Al-Jazeera has published an opinion article by Abdel Nasser Salama, former editor-in-chief of Al-Ahram, Egyptian government-owned newspaper, under the title, “The Missing Truth in the Ethiopian Dam Crisis” that will be reviewed hereunder.
“We must consider these dates carefully, so that we can understand what has happened over the past seven years,” Abdel Nasser Salama said while introducing his article, adding:
On 7/3/2013, former President Mohamed Morsi was overthrown, then on 7/5/2013, that is, two days later, the African Union suspended Egypt’s AU membership, on the grounds that what had happened was a coup against legitimacy. On 6/8/2014, less than a year later, Abdel Fattah Al-Sisi was sworn in as President of Egypt, then on 6/17/2014, that is, nine days later, the African Union decided to reinstate Egypt’s AU membership. On 3/23/2015, Al-Sisi signed the Declaration of Principles related to the Grand Ethiopian Renaissance Dam (GERD), in the presence of a representative of the World Bank.
“We must also bear in mind the two years preceding those events, specifically since the events of January 25, 2011 in Egypt,” Salama said.
“It should be noted that the Ethiopian dam has been a hope haunting the Ethiopians since the sixties of last century, during the era of President Gamal Abdel Nasser, with Israeli and Western provocation on the one hand to take revenge on Egypt, and by the Egyptian Church on the other hand to put pressure on the Egyptian government, but the Egyptian strong role in the African continent at that time it prevented it. This situation continued throughout the reign of President Anwar Sadat and President Hosni Mubarak, who refused to even negotiate this issue, realizing the importance of the Nile in the lives of Egyptians, on the one hand, and in recognition of the threat it poses to the Egyptian national security in general on the other,” the former Al-Ahram chief editor added.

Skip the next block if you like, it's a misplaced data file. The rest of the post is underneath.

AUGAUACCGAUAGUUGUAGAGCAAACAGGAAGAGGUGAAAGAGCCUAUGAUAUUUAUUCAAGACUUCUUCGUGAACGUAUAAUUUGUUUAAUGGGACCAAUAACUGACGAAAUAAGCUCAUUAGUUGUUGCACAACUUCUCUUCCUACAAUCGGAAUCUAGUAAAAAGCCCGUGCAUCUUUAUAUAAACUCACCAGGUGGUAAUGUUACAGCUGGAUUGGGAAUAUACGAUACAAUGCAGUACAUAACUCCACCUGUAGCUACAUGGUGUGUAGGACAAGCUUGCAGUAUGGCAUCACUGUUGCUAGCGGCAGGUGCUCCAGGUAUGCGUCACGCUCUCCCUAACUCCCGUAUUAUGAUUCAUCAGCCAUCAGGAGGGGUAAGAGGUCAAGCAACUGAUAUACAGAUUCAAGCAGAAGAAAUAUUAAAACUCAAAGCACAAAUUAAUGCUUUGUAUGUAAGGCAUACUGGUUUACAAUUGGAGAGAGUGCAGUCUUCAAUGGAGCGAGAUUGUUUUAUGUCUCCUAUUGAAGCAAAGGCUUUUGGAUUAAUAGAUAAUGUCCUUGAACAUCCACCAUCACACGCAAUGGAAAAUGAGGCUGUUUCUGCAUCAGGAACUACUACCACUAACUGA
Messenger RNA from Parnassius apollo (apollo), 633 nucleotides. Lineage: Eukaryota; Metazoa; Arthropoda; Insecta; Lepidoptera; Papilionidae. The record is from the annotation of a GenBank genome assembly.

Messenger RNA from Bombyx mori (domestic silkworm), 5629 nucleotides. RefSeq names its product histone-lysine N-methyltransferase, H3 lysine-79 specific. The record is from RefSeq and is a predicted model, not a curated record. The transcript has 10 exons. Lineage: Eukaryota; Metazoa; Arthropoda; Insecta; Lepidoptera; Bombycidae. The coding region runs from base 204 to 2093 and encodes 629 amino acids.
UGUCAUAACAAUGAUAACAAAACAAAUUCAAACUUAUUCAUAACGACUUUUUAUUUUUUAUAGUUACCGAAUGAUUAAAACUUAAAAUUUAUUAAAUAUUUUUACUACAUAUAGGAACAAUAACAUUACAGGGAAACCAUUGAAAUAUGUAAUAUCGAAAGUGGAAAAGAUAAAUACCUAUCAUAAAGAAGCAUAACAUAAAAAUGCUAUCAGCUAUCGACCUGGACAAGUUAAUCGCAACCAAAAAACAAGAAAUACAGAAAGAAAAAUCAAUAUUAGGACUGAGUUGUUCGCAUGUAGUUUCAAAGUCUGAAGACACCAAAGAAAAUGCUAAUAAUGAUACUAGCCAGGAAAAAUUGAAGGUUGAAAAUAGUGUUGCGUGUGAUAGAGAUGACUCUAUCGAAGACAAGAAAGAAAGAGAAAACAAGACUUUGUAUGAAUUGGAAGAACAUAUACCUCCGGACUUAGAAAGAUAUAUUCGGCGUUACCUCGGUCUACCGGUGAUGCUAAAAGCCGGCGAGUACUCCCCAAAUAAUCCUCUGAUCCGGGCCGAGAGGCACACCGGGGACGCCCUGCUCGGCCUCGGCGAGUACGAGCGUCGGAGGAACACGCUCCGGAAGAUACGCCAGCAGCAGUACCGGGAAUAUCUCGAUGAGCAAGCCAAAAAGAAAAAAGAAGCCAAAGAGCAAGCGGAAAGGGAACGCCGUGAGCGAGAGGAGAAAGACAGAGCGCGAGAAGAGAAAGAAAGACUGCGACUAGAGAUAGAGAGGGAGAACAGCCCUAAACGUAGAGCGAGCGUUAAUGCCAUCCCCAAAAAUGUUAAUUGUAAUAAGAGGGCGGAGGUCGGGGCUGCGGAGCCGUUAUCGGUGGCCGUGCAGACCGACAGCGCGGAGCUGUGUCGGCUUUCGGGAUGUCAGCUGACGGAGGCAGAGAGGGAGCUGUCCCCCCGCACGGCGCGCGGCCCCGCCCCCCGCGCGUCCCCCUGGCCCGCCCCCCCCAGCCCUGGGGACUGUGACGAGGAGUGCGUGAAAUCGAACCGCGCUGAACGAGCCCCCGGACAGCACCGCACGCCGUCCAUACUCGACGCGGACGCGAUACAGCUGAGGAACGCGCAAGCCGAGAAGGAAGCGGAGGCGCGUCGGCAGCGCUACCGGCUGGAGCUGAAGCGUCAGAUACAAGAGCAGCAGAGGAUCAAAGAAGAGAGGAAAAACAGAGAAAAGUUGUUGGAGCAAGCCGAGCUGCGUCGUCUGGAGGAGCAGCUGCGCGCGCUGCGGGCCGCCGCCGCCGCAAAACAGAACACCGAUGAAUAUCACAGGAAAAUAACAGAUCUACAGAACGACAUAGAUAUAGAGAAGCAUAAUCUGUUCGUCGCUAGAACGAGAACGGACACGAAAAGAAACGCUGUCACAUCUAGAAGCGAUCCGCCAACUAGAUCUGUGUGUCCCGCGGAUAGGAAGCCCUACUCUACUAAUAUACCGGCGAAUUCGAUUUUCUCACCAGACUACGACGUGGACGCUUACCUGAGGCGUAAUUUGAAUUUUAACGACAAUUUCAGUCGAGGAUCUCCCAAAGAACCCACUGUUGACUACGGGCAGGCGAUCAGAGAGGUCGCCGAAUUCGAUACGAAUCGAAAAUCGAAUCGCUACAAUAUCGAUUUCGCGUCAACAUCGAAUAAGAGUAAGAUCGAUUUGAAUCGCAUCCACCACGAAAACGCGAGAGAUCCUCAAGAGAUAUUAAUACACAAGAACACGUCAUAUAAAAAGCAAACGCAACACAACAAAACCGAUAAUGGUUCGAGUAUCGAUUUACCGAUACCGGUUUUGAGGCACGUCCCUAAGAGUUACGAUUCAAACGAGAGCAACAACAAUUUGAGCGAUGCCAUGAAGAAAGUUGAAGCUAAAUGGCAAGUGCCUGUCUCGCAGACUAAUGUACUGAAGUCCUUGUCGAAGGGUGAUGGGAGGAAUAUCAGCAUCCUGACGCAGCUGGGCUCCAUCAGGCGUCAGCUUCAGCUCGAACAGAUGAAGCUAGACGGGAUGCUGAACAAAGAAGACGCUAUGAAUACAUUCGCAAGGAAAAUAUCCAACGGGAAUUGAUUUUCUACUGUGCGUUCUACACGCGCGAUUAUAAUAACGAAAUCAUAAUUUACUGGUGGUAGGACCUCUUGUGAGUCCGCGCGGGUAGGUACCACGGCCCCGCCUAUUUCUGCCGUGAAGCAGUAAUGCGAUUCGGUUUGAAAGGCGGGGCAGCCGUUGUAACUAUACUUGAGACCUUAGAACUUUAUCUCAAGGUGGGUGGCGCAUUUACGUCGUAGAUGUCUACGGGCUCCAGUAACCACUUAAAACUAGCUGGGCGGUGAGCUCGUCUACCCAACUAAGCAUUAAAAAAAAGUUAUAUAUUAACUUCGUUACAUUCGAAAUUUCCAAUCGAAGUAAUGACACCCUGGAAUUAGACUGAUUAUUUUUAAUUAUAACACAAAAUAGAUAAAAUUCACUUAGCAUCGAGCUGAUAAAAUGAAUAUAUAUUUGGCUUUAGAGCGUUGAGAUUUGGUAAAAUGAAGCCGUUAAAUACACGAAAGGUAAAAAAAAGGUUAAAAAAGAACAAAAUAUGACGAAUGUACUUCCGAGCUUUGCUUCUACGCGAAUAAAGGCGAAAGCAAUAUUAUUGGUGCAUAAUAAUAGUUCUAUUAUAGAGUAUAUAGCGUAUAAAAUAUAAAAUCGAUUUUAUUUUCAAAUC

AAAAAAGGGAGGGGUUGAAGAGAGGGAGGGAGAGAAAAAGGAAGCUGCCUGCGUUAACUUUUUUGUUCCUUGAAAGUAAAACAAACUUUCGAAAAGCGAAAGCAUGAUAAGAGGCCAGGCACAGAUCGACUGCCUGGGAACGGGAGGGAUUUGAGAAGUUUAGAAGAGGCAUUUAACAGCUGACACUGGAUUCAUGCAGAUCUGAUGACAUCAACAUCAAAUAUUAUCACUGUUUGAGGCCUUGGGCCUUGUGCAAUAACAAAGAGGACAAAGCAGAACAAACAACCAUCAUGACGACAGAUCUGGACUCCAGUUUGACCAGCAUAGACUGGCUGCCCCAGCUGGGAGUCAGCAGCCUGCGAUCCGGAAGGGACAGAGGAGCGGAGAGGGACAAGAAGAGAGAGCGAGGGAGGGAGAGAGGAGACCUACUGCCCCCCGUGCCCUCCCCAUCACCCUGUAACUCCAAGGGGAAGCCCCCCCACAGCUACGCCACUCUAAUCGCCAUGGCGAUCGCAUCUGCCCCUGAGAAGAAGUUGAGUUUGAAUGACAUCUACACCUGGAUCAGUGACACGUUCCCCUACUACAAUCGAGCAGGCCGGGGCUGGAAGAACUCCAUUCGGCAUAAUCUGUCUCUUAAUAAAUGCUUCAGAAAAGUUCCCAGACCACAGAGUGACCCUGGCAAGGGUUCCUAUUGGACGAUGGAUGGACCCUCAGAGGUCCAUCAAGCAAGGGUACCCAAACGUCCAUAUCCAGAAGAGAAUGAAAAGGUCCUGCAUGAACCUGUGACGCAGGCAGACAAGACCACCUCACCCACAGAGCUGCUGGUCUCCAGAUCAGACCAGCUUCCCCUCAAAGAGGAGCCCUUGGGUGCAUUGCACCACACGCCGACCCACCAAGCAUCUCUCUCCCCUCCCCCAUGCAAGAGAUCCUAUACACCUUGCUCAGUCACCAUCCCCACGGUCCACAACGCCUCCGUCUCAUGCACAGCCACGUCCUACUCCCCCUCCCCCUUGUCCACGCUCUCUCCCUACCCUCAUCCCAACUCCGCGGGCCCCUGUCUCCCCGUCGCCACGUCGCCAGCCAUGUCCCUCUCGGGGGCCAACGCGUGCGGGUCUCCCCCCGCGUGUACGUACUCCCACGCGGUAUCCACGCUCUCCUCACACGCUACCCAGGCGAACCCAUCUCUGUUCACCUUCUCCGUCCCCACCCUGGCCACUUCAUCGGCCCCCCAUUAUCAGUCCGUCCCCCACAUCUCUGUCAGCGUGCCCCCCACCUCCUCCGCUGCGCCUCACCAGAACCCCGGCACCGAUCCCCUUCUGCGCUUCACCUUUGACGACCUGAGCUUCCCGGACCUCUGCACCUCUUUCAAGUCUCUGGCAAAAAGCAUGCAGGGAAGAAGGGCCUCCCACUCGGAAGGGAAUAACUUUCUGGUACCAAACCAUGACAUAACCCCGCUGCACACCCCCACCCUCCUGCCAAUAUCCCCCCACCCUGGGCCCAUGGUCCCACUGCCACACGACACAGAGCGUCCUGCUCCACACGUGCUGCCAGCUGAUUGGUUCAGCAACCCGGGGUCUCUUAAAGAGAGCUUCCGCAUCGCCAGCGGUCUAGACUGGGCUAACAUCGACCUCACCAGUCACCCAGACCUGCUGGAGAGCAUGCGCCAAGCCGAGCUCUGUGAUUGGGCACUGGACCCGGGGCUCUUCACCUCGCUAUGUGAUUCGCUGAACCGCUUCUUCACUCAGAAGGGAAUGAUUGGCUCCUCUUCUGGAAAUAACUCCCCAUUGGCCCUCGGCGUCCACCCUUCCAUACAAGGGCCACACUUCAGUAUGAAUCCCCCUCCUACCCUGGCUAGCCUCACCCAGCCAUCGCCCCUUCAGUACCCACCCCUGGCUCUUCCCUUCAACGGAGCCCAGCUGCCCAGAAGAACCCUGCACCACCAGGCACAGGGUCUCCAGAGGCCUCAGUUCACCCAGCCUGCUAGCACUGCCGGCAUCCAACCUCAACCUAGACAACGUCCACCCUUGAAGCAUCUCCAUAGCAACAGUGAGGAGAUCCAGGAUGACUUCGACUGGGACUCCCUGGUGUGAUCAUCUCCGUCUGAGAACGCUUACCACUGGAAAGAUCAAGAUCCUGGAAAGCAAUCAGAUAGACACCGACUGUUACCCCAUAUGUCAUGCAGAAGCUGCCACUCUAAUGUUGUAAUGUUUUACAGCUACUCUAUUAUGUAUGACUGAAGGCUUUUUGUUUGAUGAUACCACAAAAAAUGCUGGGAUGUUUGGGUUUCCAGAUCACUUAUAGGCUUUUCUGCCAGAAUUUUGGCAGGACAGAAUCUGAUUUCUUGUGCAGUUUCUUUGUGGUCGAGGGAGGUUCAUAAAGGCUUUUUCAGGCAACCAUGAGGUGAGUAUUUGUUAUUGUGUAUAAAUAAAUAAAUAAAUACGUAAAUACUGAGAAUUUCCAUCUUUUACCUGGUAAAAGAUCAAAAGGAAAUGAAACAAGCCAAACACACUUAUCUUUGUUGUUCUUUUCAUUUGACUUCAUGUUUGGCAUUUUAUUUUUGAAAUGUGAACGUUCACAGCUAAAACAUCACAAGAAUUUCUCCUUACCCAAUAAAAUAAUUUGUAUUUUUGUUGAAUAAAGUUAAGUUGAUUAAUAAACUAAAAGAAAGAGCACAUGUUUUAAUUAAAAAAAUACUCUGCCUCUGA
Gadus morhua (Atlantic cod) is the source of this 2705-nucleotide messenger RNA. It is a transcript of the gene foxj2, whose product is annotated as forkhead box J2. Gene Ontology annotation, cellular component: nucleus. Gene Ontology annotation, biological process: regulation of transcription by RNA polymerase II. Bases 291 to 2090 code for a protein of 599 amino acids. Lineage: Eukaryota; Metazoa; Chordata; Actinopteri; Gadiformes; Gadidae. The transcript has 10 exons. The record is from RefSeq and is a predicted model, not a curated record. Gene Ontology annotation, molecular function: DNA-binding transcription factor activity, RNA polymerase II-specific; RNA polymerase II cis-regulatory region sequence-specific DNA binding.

Abdel Nasser Salama outlined the successive events that occurred later in 10 points, as follows:
1- The idea of the project resurfaced strongly again in 2010, while the actual implementation began in 2011, based on Israeli recommendations confirming that major changes would take place in Egypt during that year.
In response, Egypt formed a committee from the Ministries of Foreign Affairs, Interior, Defense, Irrigation and Electricity, to follow up and study the issue. In this context, President Hosni Mubarak asked Sudan at the time to allow establishment of a military base that Egypt would use if Ethiopia began implementation on the ground.
2- With the events of January 2011 in Egypt, the reign of the Supreme Council of the Armed Forces (SCAF) specifically, Ethiopia began preparing the ground for the project, and communicated with international expertise offices in this regard, without any response from SCAF, despite the fact that SCAF was the actual ruler of the country at all levels.
3- Ethiopia did not find funding of any kind for the dam at that time, other than opening the door for internal subscription from its own citizens, and forcing local banks to contribute loans with easy interest; and then opened the door for subscription from Israelis, and ads were published in Israeli newspapers and the streets in Tel Aviv and elsewhere under the title (Together Against Egypt, bringing the total funds that Ethiopia had collected over the three years, slightly less than a billion dollars, which is not enough to establish a project of the size of GERD that needed five billion dollars at the very least.